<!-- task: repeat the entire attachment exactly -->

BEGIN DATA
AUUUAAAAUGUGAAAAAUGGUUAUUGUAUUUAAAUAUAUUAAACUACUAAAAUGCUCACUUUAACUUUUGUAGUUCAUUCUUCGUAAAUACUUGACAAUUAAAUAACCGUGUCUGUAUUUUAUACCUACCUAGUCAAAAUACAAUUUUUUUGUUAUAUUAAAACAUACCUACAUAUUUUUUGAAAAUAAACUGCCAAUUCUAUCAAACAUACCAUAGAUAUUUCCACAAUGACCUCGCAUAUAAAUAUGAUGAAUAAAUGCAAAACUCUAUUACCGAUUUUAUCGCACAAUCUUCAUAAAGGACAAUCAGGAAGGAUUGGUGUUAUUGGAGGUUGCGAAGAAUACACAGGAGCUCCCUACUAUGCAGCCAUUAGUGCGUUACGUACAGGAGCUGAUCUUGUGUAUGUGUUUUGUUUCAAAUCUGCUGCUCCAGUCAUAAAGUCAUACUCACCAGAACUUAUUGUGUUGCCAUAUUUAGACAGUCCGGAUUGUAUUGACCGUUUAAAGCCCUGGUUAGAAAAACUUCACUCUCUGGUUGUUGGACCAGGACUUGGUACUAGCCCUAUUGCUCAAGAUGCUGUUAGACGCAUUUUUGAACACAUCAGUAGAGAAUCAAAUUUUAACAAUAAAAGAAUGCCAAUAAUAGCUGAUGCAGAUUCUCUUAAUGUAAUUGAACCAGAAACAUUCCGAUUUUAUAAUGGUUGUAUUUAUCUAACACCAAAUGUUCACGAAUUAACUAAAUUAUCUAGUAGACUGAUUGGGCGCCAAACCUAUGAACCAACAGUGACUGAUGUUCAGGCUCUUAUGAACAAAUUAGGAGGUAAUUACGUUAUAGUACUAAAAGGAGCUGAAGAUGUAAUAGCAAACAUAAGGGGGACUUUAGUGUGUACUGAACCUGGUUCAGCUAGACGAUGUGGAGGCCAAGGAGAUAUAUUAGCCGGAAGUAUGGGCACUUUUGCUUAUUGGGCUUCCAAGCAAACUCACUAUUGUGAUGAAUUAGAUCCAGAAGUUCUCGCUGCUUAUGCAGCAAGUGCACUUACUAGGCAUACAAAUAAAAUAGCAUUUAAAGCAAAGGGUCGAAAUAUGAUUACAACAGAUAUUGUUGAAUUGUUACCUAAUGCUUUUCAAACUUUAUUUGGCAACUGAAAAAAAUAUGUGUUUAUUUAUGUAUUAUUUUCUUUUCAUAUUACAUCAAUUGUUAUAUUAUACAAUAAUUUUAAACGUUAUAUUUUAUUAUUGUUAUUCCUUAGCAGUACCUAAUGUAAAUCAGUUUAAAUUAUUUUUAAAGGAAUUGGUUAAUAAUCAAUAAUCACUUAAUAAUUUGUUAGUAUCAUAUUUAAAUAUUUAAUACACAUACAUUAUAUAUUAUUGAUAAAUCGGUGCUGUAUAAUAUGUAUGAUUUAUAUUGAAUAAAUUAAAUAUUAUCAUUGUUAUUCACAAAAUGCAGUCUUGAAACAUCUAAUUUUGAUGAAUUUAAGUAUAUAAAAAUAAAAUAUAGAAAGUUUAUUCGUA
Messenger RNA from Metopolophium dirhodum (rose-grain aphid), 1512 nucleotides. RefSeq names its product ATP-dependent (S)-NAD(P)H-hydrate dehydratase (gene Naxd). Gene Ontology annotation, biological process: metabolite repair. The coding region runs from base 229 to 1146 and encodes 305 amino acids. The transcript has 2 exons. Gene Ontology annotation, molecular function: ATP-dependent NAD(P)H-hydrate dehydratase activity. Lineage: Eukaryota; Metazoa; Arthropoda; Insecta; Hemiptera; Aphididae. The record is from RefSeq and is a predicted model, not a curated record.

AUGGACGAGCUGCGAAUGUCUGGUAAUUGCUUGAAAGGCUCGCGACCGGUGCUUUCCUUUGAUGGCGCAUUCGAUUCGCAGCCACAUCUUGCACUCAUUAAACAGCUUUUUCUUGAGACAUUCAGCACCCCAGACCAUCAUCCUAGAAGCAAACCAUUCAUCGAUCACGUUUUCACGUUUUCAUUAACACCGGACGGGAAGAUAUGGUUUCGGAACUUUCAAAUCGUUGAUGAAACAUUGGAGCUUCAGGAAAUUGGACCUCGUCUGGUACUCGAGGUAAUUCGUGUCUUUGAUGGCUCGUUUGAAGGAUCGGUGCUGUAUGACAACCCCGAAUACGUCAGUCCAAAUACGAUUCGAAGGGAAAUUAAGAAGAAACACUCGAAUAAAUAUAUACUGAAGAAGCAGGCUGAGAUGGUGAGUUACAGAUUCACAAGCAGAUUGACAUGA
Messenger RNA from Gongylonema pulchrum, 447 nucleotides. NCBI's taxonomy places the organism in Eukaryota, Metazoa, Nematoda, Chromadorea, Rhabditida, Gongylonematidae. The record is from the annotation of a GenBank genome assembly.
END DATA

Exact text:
AUUUAAAAUGUGAAAAAUGGUUAUUGUAUUUAAAUAUAUUAAACUACUAAAAUGCUCACUUUAACUUUUGUAGUUCAUUCUUCGUAAAUACUUGACAAUUAAAUAACCGUGUCUGUAUUUUAUACCUACCUAGUCAAAAUACAAUUUUUUUGUUAUAUUAAAACAUACCUACAUAUUUUUUGAAAAUAAACUGCCAAUUCUAUCAAACAUACCAUAGAUAUUUCCACAAUGACCUCGCAUAUAAAUAUGAUGAAUAAAUGCAAAACUCUAUUACCGAUUUUAUCGCACAAUCUUCAUAAAGGACAAUCAGGAAGGAUUGGUGUUAUUGGAGGUUGCGAAGAAUACACAGGAGCUCCCUACUAUGCAGCCAUUAGUGCGUUACGUACAGGAGCUGAUCUUGUGUAUGUGUUUUGUUUCAAAUCUGCUGCUCCAGUCAUAAAGUCAUACUCACCAGAACUUAUUGUGUUGCCAUAUUUAGACAGUCCGGAUUGUAUUGACCGUUUAAAGCCCUGGUUAGAAAAACUUCACUCUCUGGUUGUUGGACCAGGACUUGGUACUAGCCCUAUUGCUCAAGAUGCUGUUAGACGCAUUUUUGAACACAUCAGUAGAGAAUCAAAUUUUAACAAUAAAAGAAUGCCAAUAAUAGCUGAUGCAGAUUCUCUUAAUGUAAUUGAACCAGAAACAUUCCGAUUUUAUAAUGGUUGUAUUUAUCUAACACCAAAUGUUCACGAAUUAACUAAAUUAUCUAGUAGACUGAUUGGGCGCCAAACCUAUGAACCAACAGUGACUGAUGUUCAGGCUCUUAUGAACAAAUUAGGAGGUAAUUACGUUAUAGUACUAAAAGGAGCUGAAGAUGUAAUAGCAAACAUAAGGGGGACUUUAGUGUGUACUGAACCUGGUUCAGCUAGACGAUGUGGAGGCCAAGGAGAUAUAUUAGCCGGAAGUAUGGGCACUUUUGCUUAUUGGGCUUCCAAGCAAACUCACUAUUGUGAUGAAUUAGAUCCAGAAGUUCUCGCUGCUUAUGCAGCAAGUGCACUUACUAGGCAUACAAAUAAAAUAGCAUUUAAAGCAAAGGGUCGAAAUAUGAUUACAACAGAUAUUGUUGAAUUGUUACCUAAUGCUUUUCAAACUUUAUUUGGCAACUGAAAAAAAUAUGUGUUUAUUUAUGUAUUAUUUUCUUUUCAUAUUACAUCAAUUGUUAUAUUAUACAAUAAUUUUAAACGUUAUAUUUUAUUAUUGUUAUUCCUUAGCAGUACCUAAUGUAAAUCAGUUUAAAUUAUUUUUAAAGGAAUUGGUUAAUAAUCAAUAAUCACUUAAUAAUUUGUUAGUAUCAUAUUUAAAUAUUUAAUACACAUACAUUAUAUAUUAUUGAUAAAUCGGUGCUGUAUAAUAUGUAUGAUUUAUAUUGAAUAAAUUAAAUAUUAUCAUUGUUAUUCACAAAAUGCAGUCUUGAAACAUCUAAUUUUGAUGAAUUUAAGUAUAUAAAAAUAAAAUAUAGAAAGUUUAUUCGUA
Messenger RNA from Metopolophium dirhodum (rose-grain aphid), 1512 nucleotides. RefSeq names its product ATP-dependent (S)-NAD(P)H-hydrate dehydratase (gene Naxd). Gene Ontology annotation, biological process: metabolite repair. The coding region runs from base 229 to 1146 and encodes 305 amino acids. The transcript has 2 exons. Gene Ontology annotation, molecular function: ATP-dependent NAD(P)H-hydrate dehydratase activity. Lineage: Eukaryota; Metazoa; Arthropoda; Insecta; Hemiptera; Aphididae. The record is from RefSeq and is a predicted model, not a curated record.

AUGGACGAGCUGCGAAUGUCUGGUAAUUGCUUGAAAGGCUCGCGACCGGUGCUUUCCUUUGAUGGCGCAUUCGAUUCGCAGCCACAUCUUGCACUCAUUAAACAGCUUUUUCUUGAGACAUUCAGCACCCCAGACCAUCAUCCUAGAAGCAAACCAUUCAUCGAUCACGUUUUCACGUUUUCAUUAACACCGGACGGGAAGAUAUGGUUUCGGAACUUUCAAAUCGUUGAUGAAACAUUGGAGCUUCAGGAAAUUGGACCUCGUCUGGUACUCGAGGUAAUUCGUGUCUUUGAUGGCUCGUUUGAAGGAUCGGUGCUGUAUGACAACCCCGAAUACGUCAGUCCAAAUACGAUUCGAAGGGAAAUUAAGAAGAAACACUCGAAUAAAUAUAUACUGAAGAAGCAGGCUGAGAUGGUGAGUUACAGAUUCACAAGCAGAUUGACAUGA
Messenger RNA from Gongylonema pulchrum, 447 nucleotides. NCBI's taxonomy places the organism in Eukaryota, Metazoa, Nematoda, Chromadorea, Rhabditida, Gongylonematidae. The record is from the annotation of a GenBank genome assembly.